Are ethnic jokes inherently wrong, racist, or offensive?
April 19, 2021 at 12:34 pm #37208
But in many cases people are responding to actual harm or inequality, and identity largely comes into focus because identity is what has been targeted, excluded, or otherwise discriminated against.
That’s a good point. I’ve always thought that identity can apply at a demographic level.
she’s talking about complex things at a very broad, so there is no way she can be perfectly accurate and in depth, but there is a difference between generalization/ brevity and biased portrayal.
But there would be no excuse for inaccuracy, in painting a picture. If she’s inaccurate, then Pluckrose has slipped up.
I can see some of the point in identifying people by their oppressed status. We all know really that people are individuals. I think, in true liberal fashion, that both kinds of “social justice” have something to contribute – but this is from within the framework of Helen Pluckrose’s description of liberal humanism, about which, I presume, she knows a lot.April 19, 2021 at 12:38 pm #37209
marginalised people are not the ones who created the original division.
By “divisive”, I mean that it separates people off into groups, and appears to pit some of them against each other, which is inevitable whenever you get groups.
I don’t mean that it’s controversial within wider society.April 19, 2021 at 1:25 pm #37210
I mean that it separates people off into groups, and appears to pit some of them against each other.
Could you give a concrete example?April 19, 2021 at 2:15 pm #37211
Feminists vs. trans activists. That’s a thing.
Straight white males vs. everybody else. That seems to be a thing sometimes as well.April 19, 2021 at 3:53 pm #37212
That seems to be a thing sometimes as well.
That is your concrete example. A bad taste joke which the person apologised for afterwards? It seems you’ve really drunken the JP coolaid. I don’t know in what alternative universe you live in where straight white males are being systemically pitted against everyone else. If anything I see the opposite. I see black people fighting for equality and expressing anger over demonstrable cases of violence against them or discrimination and a minority of white people getting taking it all terribly personal, getting ridiculously defensive and saying “I’m not the problem, don’t blame me” when the reasonable response is “Yeah…it’s terrible that this happens…what should we do about it”? The same thing goes for LGBTQ+ people pointing out lack of equity, discrimination, derision and violence. “Well I’m not a homophobe why are you attacking me”? When next to nobody is. When the press points to cases of mass rape and the enormous numbers of sexual violence against women, a very loud minority of men respond with “I’m not a rapist…why are you attacking men” when nobody accused all men of being rapists. The response should be “I’ll do my part and call out rape culture and jokes when I see and hear it and educate my children”.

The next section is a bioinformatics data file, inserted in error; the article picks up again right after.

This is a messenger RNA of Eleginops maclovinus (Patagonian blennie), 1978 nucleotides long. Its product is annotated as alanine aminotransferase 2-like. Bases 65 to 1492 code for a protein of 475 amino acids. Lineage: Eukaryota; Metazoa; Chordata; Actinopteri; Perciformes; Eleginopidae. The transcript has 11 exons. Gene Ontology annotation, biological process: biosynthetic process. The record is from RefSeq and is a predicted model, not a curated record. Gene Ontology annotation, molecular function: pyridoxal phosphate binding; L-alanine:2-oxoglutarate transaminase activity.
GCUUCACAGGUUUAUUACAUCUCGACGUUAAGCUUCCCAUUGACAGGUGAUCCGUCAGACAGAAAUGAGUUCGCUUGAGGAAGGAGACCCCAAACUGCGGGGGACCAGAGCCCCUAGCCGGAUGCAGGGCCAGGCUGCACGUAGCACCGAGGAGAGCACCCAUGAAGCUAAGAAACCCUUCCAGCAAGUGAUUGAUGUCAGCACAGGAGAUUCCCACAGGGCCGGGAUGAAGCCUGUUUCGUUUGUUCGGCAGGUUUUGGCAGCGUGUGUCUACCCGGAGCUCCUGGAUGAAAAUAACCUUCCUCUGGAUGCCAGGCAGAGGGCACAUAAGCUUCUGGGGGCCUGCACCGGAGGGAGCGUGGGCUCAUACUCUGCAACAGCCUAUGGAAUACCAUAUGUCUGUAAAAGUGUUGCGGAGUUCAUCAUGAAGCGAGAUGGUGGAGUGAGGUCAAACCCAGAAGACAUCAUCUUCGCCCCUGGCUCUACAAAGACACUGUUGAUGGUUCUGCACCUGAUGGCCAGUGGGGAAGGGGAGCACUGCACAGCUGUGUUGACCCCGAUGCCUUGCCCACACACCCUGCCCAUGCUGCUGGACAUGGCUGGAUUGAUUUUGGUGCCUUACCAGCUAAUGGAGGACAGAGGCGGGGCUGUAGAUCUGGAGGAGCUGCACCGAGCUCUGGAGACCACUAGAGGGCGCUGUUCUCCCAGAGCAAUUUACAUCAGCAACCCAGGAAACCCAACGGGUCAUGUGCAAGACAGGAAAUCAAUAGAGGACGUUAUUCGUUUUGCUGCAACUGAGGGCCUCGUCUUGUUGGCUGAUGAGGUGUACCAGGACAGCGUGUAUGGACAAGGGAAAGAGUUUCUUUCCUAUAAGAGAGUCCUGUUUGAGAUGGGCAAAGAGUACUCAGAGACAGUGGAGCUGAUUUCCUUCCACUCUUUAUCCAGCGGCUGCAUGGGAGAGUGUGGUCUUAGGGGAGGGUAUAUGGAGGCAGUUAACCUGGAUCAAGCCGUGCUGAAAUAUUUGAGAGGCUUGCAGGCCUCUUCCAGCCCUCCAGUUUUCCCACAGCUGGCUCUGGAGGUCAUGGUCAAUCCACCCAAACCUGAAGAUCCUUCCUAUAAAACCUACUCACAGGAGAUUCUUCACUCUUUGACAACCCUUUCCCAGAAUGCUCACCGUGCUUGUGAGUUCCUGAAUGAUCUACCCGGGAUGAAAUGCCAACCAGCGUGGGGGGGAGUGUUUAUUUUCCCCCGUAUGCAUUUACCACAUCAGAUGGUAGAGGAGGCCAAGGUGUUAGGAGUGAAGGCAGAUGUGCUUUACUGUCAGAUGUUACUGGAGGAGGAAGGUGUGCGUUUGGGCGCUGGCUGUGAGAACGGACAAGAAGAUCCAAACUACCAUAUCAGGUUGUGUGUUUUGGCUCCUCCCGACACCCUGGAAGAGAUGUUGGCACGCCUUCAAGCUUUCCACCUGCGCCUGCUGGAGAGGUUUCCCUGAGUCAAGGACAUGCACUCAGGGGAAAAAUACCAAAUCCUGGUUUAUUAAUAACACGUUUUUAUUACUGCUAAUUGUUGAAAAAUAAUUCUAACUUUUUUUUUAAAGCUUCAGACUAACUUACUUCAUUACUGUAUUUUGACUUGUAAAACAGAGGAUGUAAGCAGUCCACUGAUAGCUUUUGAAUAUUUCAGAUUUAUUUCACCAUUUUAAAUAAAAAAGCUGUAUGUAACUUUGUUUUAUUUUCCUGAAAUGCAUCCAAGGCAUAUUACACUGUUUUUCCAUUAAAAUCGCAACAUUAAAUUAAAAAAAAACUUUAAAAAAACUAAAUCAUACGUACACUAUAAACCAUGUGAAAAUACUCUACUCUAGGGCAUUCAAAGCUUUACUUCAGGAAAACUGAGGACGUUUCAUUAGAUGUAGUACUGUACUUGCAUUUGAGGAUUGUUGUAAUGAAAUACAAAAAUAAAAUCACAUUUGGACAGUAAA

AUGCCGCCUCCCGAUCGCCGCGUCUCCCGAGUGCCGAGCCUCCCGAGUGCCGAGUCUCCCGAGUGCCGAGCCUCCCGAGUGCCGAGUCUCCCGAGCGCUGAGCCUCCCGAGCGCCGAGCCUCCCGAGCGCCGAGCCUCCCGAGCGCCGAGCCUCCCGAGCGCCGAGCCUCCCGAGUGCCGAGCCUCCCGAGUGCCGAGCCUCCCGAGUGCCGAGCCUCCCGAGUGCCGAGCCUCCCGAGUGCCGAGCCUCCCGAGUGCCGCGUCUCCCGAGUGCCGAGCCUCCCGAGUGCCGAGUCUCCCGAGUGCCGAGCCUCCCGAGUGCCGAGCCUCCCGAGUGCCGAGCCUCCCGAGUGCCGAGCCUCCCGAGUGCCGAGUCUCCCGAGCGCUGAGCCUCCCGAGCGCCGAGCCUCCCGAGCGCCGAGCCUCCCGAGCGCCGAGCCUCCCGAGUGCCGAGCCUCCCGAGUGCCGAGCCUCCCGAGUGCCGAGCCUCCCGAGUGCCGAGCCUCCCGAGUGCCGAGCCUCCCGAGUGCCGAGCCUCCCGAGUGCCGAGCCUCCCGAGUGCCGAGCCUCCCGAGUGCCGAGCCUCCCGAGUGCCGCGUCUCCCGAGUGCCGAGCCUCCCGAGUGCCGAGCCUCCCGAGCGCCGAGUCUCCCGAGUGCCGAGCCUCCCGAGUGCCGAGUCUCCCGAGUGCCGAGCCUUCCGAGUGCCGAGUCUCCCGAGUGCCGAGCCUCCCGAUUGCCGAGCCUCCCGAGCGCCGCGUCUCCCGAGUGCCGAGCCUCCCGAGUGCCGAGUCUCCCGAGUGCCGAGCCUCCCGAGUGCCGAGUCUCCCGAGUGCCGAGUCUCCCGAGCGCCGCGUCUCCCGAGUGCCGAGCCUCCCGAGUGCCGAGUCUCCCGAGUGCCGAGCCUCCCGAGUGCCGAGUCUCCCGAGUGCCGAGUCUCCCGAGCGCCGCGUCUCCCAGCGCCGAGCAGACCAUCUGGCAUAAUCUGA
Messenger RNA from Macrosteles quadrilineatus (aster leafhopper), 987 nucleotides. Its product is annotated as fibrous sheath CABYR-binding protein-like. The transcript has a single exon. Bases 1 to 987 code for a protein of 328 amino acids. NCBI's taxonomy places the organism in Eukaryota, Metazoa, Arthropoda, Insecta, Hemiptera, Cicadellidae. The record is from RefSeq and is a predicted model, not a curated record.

Yes Simon, there is an extreme fringe in identity politics who may seem like they are pitting people against one another or blaming straight-white-men for all their problems but this is simply a JP style hyper exaggeration. I’m not sure you realise it but it is people like JP who increase and magnify division by turning these issues into something other than what they are…a movement to bring about real equality and dignity. It gets so extreme that there is literally, a notable number of straight-white-men, who truly believe that they are the victims in society, under assault and being ruthlessly discriminated against and attacked.
It’s slightly like an aristocrat feeling like a victim because their friends are being criticised for not paying their servants a living wage and treating them badly (even if that particular aristocrat does). “Why attack me…I treat them well”. Perhaps the better response is “That’s too bad. My friends should treat their servants with dignity”. Better than getting angry at the protesting servants for “creating division and pitting the haves against the have-nots”. It’s a ridiculous way to look at things. It doesn’t cost me a thing to recognise that my whiteness, maleness, Westerness, educatedness and middle-class wealth has afforded me opportunity and fewer difficulties in life and that I should do my part to bring about real equality and dignity for those who lack what I get simply for being born in a privileged position.
April 19, 2021 at 7:06 pm #37214
- This reply was modified 3 months, 1 week ago by Davis.
It’s a bit annoying being branded evil by definition, that’s all. I don’t feel much about it beyond that. Like you say, there’s no harm in recognising one’s own privileged position as part of an elite (at least in days gone by: less so in 2021), just for the sake of recognising facts. But I’m not sure what to do about it.
Actually, to shortcut to the final desired outcome, what we all want is for all human beings to be seen as people, by every other. Where nobody is beyond the pale, non-human, without rights, etc. There are many different ways to bring this about. One is to see all kinds of people portrayed in the media, advertising, etc., as normal everyday representatives of the human race.April 19, 2021 at 7:36 pm #37215